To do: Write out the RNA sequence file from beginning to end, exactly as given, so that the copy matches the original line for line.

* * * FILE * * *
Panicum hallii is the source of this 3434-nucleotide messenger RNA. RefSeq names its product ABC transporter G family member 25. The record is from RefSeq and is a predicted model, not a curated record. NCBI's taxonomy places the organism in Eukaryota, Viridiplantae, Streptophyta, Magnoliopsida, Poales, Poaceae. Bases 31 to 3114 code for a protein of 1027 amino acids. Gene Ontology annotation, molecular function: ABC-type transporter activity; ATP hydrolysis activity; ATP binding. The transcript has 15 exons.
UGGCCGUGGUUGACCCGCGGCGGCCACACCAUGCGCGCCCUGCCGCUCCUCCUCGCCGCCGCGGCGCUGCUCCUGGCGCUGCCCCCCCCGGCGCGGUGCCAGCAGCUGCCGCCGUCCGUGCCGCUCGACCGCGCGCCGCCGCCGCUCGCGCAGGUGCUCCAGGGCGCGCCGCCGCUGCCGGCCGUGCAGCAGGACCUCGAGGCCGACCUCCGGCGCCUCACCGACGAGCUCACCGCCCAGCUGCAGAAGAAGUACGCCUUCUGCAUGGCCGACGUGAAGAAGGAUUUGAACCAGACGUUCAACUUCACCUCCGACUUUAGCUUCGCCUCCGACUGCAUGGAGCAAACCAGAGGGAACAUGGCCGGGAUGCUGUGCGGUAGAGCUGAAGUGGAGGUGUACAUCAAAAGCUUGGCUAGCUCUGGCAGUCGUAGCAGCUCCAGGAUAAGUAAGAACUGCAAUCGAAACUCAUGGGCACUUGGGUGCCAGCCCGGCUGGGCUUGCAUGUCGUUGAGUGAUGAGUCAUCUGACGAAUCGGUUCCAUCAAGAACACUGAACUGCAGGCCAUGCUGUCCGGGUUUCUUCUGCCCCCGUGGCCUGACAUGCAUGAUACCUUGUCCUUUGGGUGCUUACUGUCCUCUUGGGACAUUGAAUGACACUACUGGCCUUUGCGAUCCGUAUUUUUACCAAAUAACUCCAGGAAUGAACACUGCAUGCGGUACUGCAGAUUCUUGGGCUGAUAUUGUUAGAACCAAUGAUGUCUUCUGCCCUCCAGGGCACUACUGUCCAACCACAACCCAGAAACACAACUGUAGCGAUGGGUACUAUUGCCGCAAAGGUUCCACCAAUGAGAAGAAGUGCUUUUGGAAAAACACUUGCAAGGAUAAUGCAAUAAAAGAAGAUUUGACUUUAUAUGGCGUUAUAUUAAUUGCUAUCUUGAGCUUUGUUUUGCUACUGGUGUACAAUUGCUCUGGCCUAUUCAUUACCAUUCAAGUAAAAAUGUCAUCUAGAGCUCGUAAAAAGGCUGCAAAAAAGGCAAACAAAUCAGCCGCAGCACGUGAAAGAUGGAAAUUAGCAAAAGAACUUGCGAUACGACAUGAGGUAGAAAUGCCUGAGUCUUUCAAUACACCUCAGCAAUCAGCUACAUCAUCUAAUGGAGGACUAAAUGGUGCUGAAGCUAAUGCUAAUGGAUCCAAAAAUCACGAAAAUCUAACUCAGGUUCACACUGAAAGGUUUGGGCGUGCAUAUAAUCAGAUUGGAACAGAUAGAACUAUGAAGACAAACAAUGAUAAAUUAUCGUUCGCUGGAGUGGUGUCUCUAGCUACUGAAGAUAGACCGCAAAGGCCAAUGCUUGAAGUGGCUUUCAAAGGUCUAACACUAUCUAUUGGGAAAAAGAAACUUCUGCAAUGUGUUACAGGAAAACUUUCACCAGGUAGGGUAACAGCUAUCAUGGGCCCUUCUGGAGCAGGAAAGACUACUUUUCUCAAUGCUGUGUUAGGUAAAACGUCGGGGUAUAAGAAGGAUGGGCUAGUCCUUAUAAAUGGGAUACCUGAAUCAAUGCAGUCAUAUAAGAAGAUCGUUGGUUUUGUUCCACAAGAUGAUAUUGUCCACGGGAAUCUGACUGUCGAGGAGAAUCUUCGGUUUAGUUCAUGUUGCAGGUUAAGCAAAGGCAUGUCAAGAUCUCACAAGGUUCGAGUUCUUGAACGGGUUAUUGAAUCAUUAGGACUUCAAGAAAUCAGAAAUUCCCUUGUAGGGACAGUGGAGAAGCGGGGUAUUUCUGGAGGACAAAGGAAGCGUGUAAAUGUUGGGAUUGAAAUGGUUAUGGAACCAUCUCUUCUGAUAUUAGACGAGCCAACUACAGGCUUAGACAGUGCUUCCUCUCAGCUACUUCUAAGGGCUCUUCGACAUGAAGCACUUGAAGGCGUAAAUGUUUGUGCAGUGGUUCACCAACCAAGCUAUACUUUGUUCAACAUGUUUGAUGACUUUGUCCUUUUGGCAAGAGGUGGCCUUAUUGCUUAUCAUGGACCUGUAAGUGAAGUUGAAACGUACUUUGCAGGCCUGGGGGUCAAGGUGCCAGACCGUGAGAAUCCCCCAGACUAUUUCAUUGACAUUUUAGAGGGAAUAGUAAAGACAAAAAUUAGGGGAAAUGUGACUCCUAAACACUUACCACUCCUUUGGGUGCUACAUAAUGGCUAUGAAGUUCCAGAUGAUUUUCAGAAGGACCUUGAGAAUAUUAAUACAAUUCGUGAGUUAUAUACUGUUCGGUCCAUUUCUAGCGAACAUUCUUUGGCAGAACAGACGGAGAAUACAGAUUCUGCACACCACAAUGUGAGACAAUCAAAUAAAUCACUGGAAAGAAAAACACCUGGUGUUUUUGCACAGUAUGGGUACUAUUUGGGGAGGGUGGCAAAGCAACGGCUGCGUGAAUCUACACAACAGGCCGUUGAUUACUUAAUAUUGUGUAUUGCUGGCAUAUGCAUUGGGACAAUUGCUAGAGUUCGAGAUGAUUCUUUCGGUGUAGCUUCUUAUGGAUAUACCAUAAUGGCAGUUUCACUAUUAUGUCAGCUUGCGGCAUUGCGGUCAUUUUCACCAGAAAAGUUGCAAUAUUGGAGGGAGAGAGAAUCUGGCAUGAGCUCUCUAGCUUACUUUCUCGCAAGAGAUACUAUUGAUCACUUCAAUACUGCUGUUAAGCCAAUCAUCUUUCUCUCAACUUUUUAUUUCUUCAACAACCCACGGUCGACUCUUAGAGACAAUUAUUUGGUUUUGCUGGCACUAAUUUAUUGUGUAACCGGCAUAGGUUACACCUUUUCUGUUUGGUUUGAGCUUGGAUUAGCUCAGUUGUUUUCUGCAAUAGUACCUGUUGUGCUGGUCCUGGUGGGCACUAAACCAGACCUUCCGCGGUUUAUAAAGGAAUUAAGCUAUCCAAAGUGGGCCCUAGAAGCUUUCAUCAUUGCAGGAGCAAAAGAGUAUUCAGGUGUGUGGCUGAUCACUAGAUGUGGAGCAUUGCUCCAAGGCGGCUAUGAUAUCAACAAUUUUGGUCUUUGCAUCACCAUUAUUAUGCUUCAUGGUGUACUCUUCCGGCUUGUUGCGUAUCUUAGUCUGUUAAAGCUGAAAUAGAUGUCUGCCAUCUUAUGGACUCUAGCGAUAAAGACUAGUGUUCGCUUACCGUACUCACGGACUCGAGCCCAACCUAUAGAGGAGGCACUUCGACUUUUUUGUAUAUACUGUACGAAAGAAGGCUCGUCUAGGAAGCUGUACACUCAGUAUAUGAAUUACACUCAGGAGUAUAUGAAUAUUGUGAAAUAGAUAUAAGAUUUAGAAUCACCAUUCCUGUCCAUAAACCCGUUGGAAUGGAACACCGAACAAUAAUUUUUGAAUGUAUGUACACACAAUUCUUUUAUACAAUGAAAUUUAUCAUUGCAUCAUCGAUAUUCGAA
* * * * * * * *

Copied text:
Panicum hallii is the source of this 3434-nucleotide messenger RNA. RefSeq names its product ABC transporter G family member 25. The record is from RefSeq and is a predicted model, not a curated record. NCBI's taxonomy places the organism in Eukaryota, Viridiplantae, Streptophyta, Magnoliopsida, Poales, Poaceae. Bases 31 to 3114 code for a protein of 1027 amino acids. Gene Ontology annotation, molecular function: ABC-type transporter activity; ATP hydrolysis activity; ATP binding. The transcript has 15 exons.
UGGCCGUGGUUGACCCGCGGCGGCCACACCAUGCGCGCCCUGCCGCUCCUCCUCGCCGCCGCGGCGCUGCUCCUGGCGCUGCCCCCCCCGGCGCGGUGCCAGCAGCUGCCGCCGUCCGUGCCGCUCGACCGCGCGCCGCCGCCGCUCGCGCAGGUGCUCCAGGGCGCGCCGCCGCUGCCGGCCGUGCAGCAGGACCUCGAGGCCGACCUCCGGCGCCUCACCGACGAGCUCACCGCCCAGCUGCAGAAGAAGUACGCCUUCUGCAUGGCCGACGUGAAGAAGGAUUUGAACCAGACGUUCAACUUCACCUCCGACUUUAGCUUCGCCUCCGACUGCAUGGAGCAAACCAGAGGGAACAUGGCCGGGAUGCUGUGCGGUAGAGCUGAAGUGGAGGUGUACAUCAAAAGCUUGGCUAGCUCUGGCAGUCGUAGCAGCUCCAGGAUAAGUAAGAACUGCAAUCGAAACUCAUGGGCACUUGGGUGCCAGCCCGGCUGGGCUUGCAUGUCGUUGAGUGAUGAGUCAUCUGACGAAUCGGUUCCAUCAAGAACACUGAACUGCAGGCCAUGCUGUCCGGGUUUCUUCUGCCCCCGUGGCCUGACAUGCAUGAUACCUUGUCCUUUGGGUGCUUACUGUCCUCUUGGGACAUUGAAUGACACUACUGGCCUUUGCGAUCCGUAUUUUUACCAAAUAACUCCAGGAAUGAACACUGCAUGCGGUACUGCAGAUUCUUGGGCUGAUAUUGUUAGAACCAAUGAUGUCUUCUGCCCUCCAGGGCACUACUGUCCAACCACAACCCAGAAACACAACUGUAGCGAUGGGUACUAUUGCCGCAAAGGUUCCACCAAUGAGAAGAAGUGCUUUUGGAAAAACACUUGCAAGGAUAAUGCAAUAAAAGAAGAUUUGACUUUAUAUGGCGUUAUAUUAAUUGCUAUCUUGAGCUUUGUUUUGCUACUGGUGUACAAUUGCUCUGGCCUAUUCAUUACCAUUCAAGUAAAAAUGUCAUCUAGAGCUCGUAAAAAGGCUGCAAAAAAGGCAAACAAAUCAGCCGCAGCACGUGAAAGAUGGAAAUUAGCAAAAGAACUUGCGAUACGACAUGAGGUAGAAAUGCCUGAGUCUUUCAAUACACCUCAGCAAUCAGCUACAUCAUCUAAUGGAGGACUAAAUGGUGCUGAAGCUAAUGCUAAUGGAUCCAAAAAUCACGAAAAUCUAACUCAGGUUCACACUGAAAGGUUUGGGCGUGCAUAUAAUCAGAUUGGAACAGAUAGAACUAUGAAGACAAACAAUGAUAAAUUAUCGUUCGCUGGAGUGGUGUCUCUAGCUACUGAAGAUAGACCGCAAAGGCCAAUGCUUGAAGUGGCUUUCAAAGGUCUAACACUAUCUAUUGGGAAAAAGAAACUUCUGCAAUGUGUUACAGGAAAACUUUCACCAGGUAGGGUAACAGCUAUCAUGGGCCCUUCUGGAGCAGGAAAGACUACUUUUCUCAAUGCUGUGUUAGGUAAAACGUCGGGGUAUAAGAAGGAUGGGCUAGUCCUUAUAAAUGGGAUACCUGAAUCAAUGCAGUCAUAUAAGAAGAUCGUUGGUUUUGUUCCACAAGAUGAUAUUGUCCACGGGAAUCUGACUGUCGAGGAGAAUCUUCGGUUUAGUUCAUGUUGCAGGUUAAGCAAAGGCAUGUCAAGAUCUCACAAGGUUCGAGUUCUUGAACGGGUUAUUGAAUCAUUAGGACUUCAAGAAAUCAGAAAUUCCCUUGUAGGGACAGUGGAGAAGCGGGGUAUUUCUGGAGGACAAAGGAAGCGUGUAAAUGUUGGGAUUGAAAUGGUUAUGGAACCAUCUCUUCUGAUAUUAGACGAGCCAACUACAGGCUUAGACAGUGCUUCCUCUCAGCUACUUCUAAGGGCUCUUCGACAUGAAGCACUUGAAGGCGUAAAUGUUUGUGCAGUGGUUCACCAACCAAGCUAUACUUUGUUCAACAUGUUUGAUGACUUUGUCCUUUUGGCAAGAGGUGGCCUUAUUGCUUAUCAUGGACCUGUAAGUGAAGUUGAAACGUACUUUGCAGGCCUGGGGGUCAAGGUGCCAGACCGUGAGAAUCCCCCAGACUAUUUCAUUGACAUUUUAGAGGGAAUAGUAAAGACAAAAAUUAGGGGAAAUGUGACUCCUAAACACUUACCACUCCUUUGGGUGCUACAUAAUGGCUAUGAAGUUCCAGAUGAUUUUCAGAAGGACCUUGAGAAUAUUAAUACAAUUCGUGAGUUAUAUACUGUUCGGUCCAUUUCUAGCGAACAUUCUUUGGCAGAACAGACGGAGAAUACAGAUUCUGCACACCACAAUGUGAGACAAUCAAAUAAAUCACUGGAAAGAAAAACACCUGGUGUUUUUGCACAGUAUGGGUACUAUUUGGGGAGGGUGGCAAAGCAACGGCUGCGUGAAUCUACACAACAGGCCGUUGAUUACUUAAUAUUGUGUAUUGCUGGCAUAUGCAUUGGGACAAUUGCUAGAGUUCGAGAUGAUUCUUUCGGUGUAGCUUCUUAUGGAUAUACCAUAAUGGCAGUUUCACUAUUAUGUCAGCUUGCGGCAUUGCGGUCAUUUUCACCAGAAAAGUUGCAAUAUUGGAGGGAGAGAGAAUCUGGCAUGAGCUCUCUAGCUUACUUUCUCGCAAGAGAUACUAUUGAUCACUUCAAUACUGCUGUUAAGCCAAUCAUCUUUCUCUCAACUUUUUAUUUCUUCAACAACCCACGGUCGACUCUUAGAGACAAUUAUUUGGUUUUGCUGGCACUAAUUUAUUGUGUAACCGGCAUAGGUUACACCUUUUCUGUUUGGUUUGAGCUUGGAUUAGCUCAGUUGUUUUCUGCAAUAGUACCUGUUGUGCUGGUCCUGGUGGGCACUAAACCAGACCUUCCGCGGUUUAUAAAGGAAUUAAGCUAUCCAAAGUGGGCCCUAGAAGCUUUCAUCAUUGCAGGAGCAAAAGAGUAUUCAGGUGUGUGGCUGAUCACUAGAUGUGGAGCAUUGCUCCAAGGCGGCUAUGAUAUCAACAAUUUUGGUCUUUGCAUCACCAUUAUUAUGCUUCAUGGUGUACUCUUCCGGCUUGUUGCGUAUCUUAGUCUGUUAAAGCUGAAAUAGAUGUCUGCCAUCUUAUGGACUCUAGCGAUAAAGACUAGUGUUCGCUUACCGUACUCACGGACUCGAGCCCAACCUAUAGAGGAGGCACUUCGACUUUUUUGUAUAUACUGUACGAAAGAAGGCUCGUCUAGGAAGCUGUACACUCAGUAUAUGAAUUACACUCAGGAGUAUAUGAAUAUUGUGAAAUAGAUAUAAGAUUUAGAAUCACCAUUCCUGUCCAUAAACCCGUUGGAAUGGAACACCGAACAAUAAUUUUUGAAUGUAUGUACACACAAUUCUUUUAUACAAUGAAAUUUAUCAUUGCAUCAUCGAUAUUCGAA